Engineered 2D & 3D hiPSC-CM platforms to detect cardiovascular safety liabilities

Safety evaluation of drugs is a costly, protracted process that requires ~500,000 procedures on rodents, rabbits, dogs and primates in the UK annually. Human induced pluripotent stem cell-derived cardiomyocytes (hiPSC-CMs) could provide faster, more accurate safety testing, reducing costs and sparing thousands of animals. Because hiPSC-CM are in development, improvements are needed to integrate mature cells into platform(s) that simultaneously report on electrophysiology, calcium and contractility under (patho)physiological load.

Our unique international consortium comprises academic/SME partners with >50 person-years of expertise with stem cell-derived cardiomyocytes.

Through effective management, sponsor interaction and an established collaborative network, Phase 2 will further develop 2D, pseudo-3D and 3D platforms using cost-effective hiPSC-CM produced in-house. Cell function will be improved via advanced media, flexible substrates and cell mixing. Researcher mobility will facilitate exchange of skills in cell engineering, hardware/software design, readouts and analysis, while in-kind contributions of compounds and data from the sponsor will enhance validation. We will offer a globally-competitive portfolio of screening platforms. Our ready-made consortium will be primed for entry into EU schemes (Horizon2020, IMIs). It will bolster existing 3Rs activity that has recently won Dutch (Hugo van Poelgeest; Lef in het Lab) and German (DFG Ursula Händel Tierschutzpreis) animal reduction prizes.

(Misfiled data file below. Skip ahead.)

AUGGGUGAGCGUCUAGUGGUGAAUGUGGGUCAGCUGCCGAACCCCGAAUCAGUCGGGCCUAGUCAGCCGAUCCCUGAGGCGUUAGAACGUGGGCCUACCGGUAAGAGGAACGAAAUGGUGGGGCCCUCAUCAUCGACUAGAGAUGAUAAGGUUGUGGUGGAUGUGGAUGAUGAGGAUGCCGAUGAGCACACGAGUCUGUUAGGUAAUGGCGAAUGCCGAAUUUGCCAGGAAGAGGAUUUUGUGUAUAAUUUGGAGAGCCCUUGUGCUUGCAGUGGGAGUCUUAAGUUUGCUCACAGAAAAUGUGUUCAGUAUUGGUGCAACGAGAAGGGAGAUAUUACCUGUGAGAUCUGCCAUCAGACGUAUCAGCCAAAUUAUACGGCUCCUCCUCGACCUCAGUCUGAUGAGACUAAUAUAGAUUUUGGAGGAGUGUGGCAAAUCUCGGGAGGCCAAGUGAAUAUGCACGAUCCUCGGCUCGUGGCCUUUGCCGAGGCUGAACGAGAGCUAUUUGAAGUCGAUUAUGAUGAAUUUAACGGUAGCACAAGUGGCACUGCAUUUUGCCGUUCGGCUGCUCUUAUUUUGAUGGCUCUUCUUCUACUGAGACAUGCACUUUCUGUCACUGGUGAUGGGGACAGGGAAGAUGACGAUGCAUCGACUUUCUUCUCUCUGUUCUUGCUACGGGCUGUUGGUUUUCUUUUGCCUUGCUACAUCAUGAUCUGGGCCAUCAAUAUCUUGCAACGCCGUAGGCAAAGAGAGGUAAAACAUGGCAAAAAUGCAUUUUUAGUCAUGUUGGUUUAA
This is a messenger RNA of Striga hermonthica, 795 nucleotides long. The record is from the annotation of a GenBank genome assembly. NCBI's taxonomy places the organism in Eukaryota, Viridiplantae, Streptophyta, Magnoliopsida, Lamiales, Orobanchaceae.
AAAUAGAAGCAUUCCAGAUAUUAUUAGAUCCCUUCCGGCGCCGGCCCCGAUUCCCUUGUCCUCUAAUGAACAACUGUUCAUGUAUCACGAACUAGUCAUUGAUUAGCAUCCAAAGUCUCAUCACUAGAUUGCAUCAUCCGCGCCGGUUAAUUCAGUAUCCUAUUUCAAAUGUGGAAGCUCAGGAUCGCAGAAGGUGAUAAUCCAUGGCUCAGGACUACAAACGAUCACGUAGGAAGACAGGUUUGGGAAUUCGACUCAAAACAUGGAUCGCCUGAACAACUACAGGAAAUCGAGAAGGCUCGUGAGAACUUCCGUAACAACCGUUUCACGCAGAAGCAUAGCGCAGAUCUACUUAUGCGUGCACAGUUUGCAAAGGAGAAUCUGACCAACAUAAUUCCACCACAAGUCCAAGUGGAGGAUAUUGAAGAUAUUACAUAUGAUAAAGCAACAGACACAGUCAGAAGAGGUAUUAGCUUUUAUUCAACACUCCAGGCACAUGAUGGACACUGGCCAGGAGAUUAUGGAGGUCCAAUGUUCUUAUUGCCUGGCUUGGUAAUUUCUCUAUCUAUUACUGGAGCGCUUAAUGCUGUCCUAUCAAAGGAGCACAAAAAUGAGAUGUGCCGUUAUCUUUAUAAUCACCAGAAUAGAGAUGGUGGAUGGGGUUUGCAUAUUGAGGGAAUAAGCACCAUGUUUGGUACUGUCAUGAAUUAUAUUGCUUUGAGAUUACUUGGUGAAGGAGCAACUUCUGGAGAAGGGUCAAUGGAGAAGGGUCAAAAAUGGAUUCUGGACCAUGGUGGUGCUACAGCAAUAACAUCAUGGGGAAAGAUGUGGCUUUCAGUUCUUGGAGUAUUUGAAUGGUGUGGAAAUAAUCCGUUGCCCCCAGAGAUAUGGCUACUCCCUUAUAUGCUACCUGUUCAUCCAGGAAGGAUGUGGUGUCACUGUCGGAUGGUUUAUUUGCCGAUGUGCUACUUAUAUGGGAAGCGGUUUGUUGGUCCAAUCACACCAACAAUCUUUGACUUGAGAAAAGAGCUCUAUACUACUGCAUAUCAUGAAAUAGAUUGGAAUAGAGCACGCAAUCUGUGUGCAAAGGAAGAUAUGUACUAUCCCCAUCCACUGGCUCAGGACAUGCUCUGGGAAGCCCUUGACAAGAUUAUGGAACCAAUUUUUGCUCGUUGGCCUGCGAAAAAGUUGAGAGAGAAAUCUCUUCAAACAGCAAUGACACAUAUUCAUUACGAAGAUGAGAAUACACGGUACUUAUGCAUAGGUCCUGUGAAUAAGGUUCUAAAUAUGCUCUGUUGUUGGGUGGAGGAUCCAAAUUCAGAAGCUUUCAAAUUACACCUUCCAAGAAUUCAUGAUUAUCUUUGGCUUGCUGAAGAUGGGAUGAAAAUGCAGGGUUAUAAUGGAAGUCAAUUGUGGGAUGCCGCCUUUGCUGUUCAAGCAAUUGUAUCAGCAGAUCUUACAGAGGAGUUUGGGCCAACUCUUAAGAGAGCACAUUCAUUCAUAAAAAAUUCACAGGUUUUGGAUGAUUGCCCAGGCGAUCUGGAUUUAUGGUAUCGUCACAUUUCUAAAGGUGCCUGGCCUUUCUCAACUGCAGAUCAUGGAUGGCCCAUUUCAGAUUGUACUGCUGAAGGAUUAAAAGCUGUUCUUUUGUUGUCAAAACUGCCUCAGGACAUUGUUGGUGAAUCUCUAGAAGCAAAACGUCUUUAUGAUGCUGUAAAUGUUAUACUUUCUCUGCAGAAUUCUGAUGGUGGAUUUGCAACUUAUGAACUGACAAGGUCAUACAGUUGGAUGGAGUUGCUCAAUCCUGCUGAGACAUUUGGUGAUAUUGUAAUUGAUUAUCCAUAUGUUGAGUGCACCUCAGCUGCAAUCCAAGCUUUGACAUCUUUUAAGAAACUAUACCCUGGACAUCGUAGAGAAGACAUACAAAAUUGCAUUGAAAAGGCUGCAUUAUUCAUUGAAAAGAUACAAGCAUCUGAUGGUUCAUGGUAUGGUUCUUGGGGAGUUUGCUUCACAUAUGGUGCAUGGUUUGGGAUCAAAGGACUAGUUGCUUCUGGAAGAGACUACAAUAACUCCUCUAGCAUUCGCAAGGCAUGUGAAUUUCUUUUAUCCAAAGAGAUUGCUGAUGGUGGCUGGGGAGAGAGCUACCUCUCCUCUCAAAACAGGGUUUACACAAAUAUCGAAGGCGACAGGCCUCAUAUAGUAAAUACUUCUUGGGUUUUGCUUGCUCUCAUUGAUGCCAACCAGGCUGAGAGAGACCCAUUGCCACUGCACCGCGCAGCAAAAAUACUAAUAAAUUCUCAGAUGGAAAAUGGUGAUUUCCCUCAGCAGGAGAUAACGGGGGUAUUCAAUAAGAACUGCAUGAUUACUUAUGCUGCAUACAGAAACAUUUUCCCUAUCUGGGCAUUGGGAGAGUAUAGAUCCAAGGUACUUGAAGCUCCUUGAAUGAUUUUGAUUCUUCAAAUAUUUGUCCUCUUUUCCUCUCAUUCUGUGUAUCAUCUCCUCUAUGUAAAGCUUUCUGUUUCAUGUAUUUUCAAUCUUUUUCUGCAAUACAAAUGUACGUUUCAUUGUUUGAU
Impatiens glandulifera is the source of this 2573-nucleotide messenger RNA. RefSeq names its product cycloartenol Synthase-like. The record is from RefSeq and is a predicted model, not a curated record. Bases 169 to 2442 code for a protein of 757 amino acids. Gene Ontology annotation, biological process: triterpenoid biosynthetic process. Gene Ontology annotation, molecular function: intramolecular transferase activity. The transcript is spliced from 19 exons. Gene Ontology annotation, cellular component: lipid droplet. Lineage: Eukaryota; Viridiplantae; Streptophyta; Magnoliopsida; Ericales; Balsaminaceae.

Full details about this CRACK IT Challenge can be found on the CRACK IT website.

van Meer BJ, Tertoolen LGJ, Mummery CL (2016). Concise Review: Measuring Physiological Responses of Human Pluripotent Stem Cell Derived Cardiomyocytes to Drugs and Disease. Stem Cells, 34(8): 2008–2015. doi: 10.1002/stem.2403.

Mannhardt I et al, (2016). Human Engineered Heart Tissue: Analysis of Contractile Force. Stem Cell Reports, 7(1): 29–42. doi: 10.1016/j.stemcr.2016.04.011.

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CRACK IT Challenge

Award date:

Jul 2014

Contract amount

£999,915

Primary 'R'

Replacement

Scientific Discipline

Safety

Technologies/approach

In vitro techniques

Keywords

hiPS cell-derived cardiomyocytes